Misty, featuring “Moonchild” and “The Four Faces of Eve”
Reviewed by Will Morgan 15-Sep-16
The iconic girls’ horror weekly, Misty, makes a triumphant return from Rebellion! This slender but fully-packed volume of Misty (hopefully the first of many) reprints two of the beautifully-crafted suspense serials which scared the flares off thousand of young girls (and more than a few furtive boys) in the late 1970s.
It was with glad cries that older fans heard of the acquisition of a number of vintage Fleetway/IPC titles by Rebellion, who expressed their intent to revive these classic characters and series.
Among the titles claimed was the vintage girls’ horror/mystery weekly Misty. Our eponymous hostess, a Goth waif with far too much mascara (or “Your Friend of the Mists”, as she introduced herself) presented serials and done-in-one stories of supernatural happenings, entrancing and terrifying thousands of young girls (and more than a few furtive boys) from 1979 to 1981.
“Strange Stories” had long been a staple of girls’ weeklies, but Misty kicked it up more than a notch; the traditional “Strange Story”, as seen in June & School Friend or elsewhere, was plot-driven, with the artwork, while always serviceable and often lovely, taking second place. Misty was visually more open, with larger panels giving the illustrators room to play and load the pages with mood and atmosphere.
Our hostess, too, was a vital presence to the readers; designed and illustrated by Shirley Bellwood, Misty would, in addition to gracing more than half the weekly’s covers, make herself known in elaborate frontispieces or afterwords, tying the whole experience together and making the arrival of each new issue an event.
Then, too, there was the nature of the stories. Not mere “twist ending” fodder, these were often quite shocking for the period, with the usual revenge fantasies – getting one’s own back on a bullying schoolmate or step-parent – frequently fatal, and often out of all proportion to the perceived offence. The stakes were much higher in Misty than in its predecessors, with lives, limbs, or looks (disfigurement was a common theme) under threat – and while the bad girls generally got theirs, being a good girl didn’t necessarily spare you!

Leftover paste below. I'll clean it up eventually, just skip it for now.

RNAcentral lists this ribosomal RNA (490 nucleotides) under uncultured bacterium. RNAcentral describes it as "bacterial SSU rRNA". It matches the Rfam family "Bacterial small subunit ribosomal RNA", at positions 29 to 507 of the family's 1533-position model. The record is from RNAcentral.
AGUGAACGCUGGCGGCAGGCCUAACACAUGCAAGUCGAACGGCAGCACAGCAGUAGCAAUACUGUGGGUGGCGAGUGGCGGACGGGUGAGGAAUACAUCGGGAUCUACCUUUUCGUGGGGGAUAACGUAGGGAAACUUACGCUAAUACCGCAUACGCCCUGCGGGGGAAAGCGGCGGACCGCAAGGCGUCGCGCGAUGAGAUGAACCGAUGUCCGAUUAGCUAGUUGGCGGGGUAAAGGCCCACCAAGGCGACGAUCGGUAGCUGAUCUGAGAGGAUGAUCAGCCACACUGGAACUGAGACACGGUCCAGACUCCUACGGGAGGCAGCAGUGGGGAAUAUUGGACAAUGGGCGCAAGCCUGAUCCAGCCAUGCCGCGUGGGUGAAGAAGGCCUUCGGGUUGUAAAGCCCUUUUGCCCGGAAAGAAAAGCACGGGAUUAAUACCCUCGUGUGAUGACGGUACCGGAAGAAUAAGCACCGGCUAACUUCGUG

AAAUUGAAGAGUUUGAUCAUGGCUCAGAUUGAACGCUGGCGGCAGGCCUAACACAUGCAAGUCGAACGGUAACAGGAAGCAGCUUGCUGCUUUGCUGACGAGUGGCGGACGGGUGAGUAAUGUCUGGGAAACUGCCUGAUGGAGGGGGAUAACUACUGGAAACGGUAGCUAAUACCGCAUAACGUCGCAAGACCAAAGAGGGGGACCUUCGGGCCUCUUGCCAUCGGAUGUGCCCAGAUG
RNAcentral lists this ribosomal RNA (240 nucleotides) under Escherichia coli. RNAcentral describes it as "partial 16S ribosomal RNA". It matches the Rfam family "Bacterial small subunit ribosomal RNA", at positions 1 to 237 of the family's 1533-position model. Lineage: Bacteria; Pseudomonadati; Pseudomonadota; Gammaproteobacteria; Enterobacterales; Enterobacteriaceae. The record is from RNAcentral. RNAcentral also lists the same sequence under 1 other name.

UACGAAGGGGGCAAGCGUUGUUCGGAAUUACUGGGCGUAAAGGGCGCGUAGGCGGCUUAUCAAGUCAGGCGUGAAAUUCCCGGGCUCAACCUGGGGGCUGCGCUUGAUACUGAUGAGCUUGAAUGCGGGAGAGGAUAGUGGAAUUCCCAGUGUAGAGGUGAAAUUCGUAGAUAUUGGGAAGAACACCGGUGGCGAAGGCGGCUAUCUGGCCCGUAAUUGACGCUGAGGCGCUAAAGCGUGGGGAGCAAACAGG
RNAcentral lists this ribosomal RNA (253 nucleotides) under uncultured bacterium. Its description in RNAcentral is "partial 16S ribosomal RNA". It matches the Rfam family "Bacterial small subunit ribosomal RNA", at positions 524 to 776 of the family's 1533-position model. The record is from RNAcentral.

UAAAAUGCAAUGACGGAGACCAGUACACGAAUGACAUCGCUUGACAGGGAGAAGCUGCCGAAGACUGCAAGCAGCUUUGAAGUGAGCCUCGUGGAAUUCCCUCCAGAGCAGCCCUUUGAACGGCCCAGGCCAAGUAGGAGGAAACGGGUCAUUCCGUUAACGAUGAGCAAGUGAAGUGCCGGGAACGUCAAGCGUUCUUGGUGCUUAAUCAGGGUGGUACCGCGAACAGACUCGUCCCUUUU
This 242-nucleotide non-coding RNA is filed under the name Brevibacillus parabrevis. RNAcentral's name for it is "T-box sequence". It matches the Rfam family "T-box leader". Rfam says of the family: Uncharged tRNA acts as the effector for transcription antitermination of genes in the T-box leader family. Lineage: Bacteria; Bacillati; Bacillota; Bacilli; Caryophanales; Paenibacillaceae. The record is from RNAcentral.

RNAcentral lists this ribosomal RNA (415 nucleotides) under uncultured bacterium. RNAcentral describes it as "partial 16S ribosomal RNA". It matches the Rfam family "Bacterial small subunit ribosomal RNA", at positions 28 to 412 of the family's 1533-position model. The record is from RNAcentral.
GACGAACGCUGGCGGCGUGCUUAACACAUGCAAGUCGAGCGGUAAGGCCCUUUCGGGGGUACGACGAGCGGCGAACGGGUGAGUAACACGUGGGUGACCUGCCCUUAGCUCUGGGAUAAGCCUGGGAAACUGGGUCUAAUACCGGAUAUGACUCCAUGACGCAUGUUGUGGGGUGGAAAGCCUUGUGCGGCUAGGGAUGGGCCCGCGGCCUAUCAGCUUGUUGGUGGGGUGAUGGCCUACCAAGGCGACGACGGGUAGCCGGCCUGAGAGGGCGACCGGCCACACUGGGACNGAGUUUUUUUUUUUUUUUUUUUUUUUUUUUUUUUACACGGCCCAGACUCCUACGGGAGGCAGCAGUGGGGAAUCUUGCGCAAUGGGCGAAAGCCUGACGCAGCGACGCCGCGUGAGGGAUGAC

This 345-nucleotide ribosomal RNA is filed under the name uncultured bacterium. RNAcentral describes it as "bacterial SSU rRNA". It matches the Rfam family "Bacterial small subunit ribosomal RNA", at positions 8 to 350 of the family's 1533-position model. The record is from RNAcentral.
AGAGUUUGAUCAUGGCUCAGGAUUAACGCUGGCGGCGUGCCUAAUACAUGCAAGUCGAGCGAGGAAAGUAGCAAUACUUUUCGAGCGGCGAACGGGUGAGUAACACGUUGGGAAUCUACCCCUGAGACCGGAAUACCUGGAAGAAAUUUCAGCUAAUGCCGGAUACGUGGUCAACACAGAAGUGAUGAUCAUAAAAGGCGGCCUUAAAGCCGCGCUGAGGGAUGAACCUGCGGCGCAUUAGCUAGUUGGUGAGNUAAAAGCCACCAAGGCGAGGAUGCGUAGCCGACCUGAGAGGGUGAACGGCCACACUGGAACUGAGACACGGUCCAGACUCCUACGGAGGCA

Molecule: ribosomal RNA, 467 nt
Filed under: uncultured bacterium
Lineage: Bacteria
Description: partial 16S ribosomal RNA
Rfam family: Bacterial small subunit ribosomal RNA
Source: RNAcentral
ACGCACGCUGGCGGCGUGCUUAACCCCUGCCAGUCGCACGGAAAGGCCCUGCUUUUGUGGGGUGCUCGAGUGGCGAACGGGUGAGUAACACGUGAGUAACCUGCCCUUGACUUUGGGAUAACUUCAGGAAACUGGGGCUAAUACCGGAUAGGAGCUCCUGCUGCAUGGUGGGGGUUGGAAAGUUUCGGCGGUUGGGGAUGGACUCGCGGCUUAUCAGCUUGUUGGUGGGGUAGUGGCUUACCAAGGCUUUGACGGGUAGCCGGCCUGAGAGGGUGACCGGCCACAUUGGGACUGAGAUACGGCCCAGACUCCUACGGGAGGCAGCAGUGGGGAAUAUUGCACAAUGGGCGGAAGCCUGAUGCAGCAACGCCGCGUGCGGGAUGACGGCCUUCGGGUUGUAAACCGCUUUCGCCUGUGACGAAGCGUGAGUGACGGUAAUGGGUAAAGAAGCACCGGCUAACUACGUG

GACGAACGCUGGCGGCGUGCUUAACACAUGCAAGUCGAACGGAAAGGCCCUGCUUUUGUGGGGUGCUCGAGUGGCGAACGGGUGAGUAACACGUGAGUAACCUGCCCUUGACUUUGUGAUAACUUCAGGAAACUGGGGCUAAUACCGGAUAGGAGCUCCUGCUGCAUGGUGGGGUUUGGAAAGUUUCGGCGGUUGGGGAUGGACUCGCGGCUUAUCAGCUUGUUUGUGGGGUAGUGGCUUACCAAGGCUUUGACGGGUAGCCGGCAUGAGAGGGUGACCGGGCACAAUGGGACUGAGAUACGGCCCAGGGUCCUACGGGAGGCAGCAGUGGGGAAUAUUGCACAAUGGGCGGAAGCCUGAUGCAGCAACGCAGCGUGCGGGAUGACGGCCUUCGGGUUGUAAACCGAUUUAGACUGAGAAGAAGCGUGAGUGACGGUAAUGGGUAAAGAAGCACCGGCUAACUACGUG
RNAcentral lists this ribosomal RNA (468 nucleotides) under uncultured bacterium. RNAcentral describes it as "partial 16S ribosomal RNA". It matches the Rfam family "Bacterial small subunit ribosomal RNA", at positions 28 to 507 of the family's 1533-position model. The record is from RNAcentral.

This volume gathers two of the fondly-remembered serials in their entirety. Pat Mills’ Moonchild tells of Rosemary Black, abused by her repressive mother and ostracised at school because of her “weird” upbringing, who finds that she possesses eerie powers which emerge when she’s angry or frightened – and with each use, those powers grow stronger and harder to control! Despite the unashamedly Carrie-derivative storyline (Mills’ admitted strategy was to take mainstream hits and modify them for a junior audience), Mills puts plenty of twists into the narrative, and some vivid characterisation, particularly of Rosemary’s mother and the trio of girls at school, led by the truly toxic Norma, who make Rosemary’s life a living hell, until the tables are turned. The horror isn’t all supernatural – Norma and her cohort’s assault on Rosemary and her friend Anne aren’t confined to verbal baiting – physical attacks and psychological campaigning is involved!
Moonchild is illustrated by veteran artist John Armstrong, best remembered for the endless adventures of gymnast Bella over in Tammy, but here delivering excellent moody storytelling. Moonchild was one of the earlier serials in Misty, so Armstrong sticks mostly to the more traditional illustrations, but his mastery of expression is unmatched, and when he does break out, as Rosemary’s powers develop, it’s hard-hitting.
Unfortunately, this version of Moonchild is an edited-together version of the weekly installments, as presented in the 1983 Misty Annual; the editing is occasionally clumsy, and the reproduction less than ideal, with many of Armstrong’s finer lines – and occasionally even the lettering – breaking up. It would have been better to go with the original format, though that would have meant pushing the page count.
The second story, The Four Faces of Eve, avoids that mistake; each four-page installment is produced as it ran, and the energetic and vivid illustrations of Brian Delaney reproduce beautifully. Malcolm Shaw’s script is, frankly, a farrago of nonsense – among other themes, it offers abandonment, vivisection, multiple-personality psychosis, amnesia, murder, conspiracy and clowns – but the mystery is teased along at such a pace that it positively sparkles, with only a somewhat abrupt ending disorienting the reader.
Mills prefaces the stories with his reminiscence of Misty’s origin and concept, and in addition to the usual creator bios, there’s a special page about Shirley Bellwood, the creator of Misty herself.
Hopefully, this will be the first of many Misty volumes, as there’s a substantial amount of quality work languishing; The Sentinels, The Cats of Carey Street, Paint It Black, Hush Hush Sweet Rachel, Nightmare Academy – so much to look forward to!
Tags: Brian delaney, British, Fleetway, girls comics, IPC, John Armstrong, Malcolm Shaw, Misty, Pat Mills, Rebellion, Shirley Bellwood, uk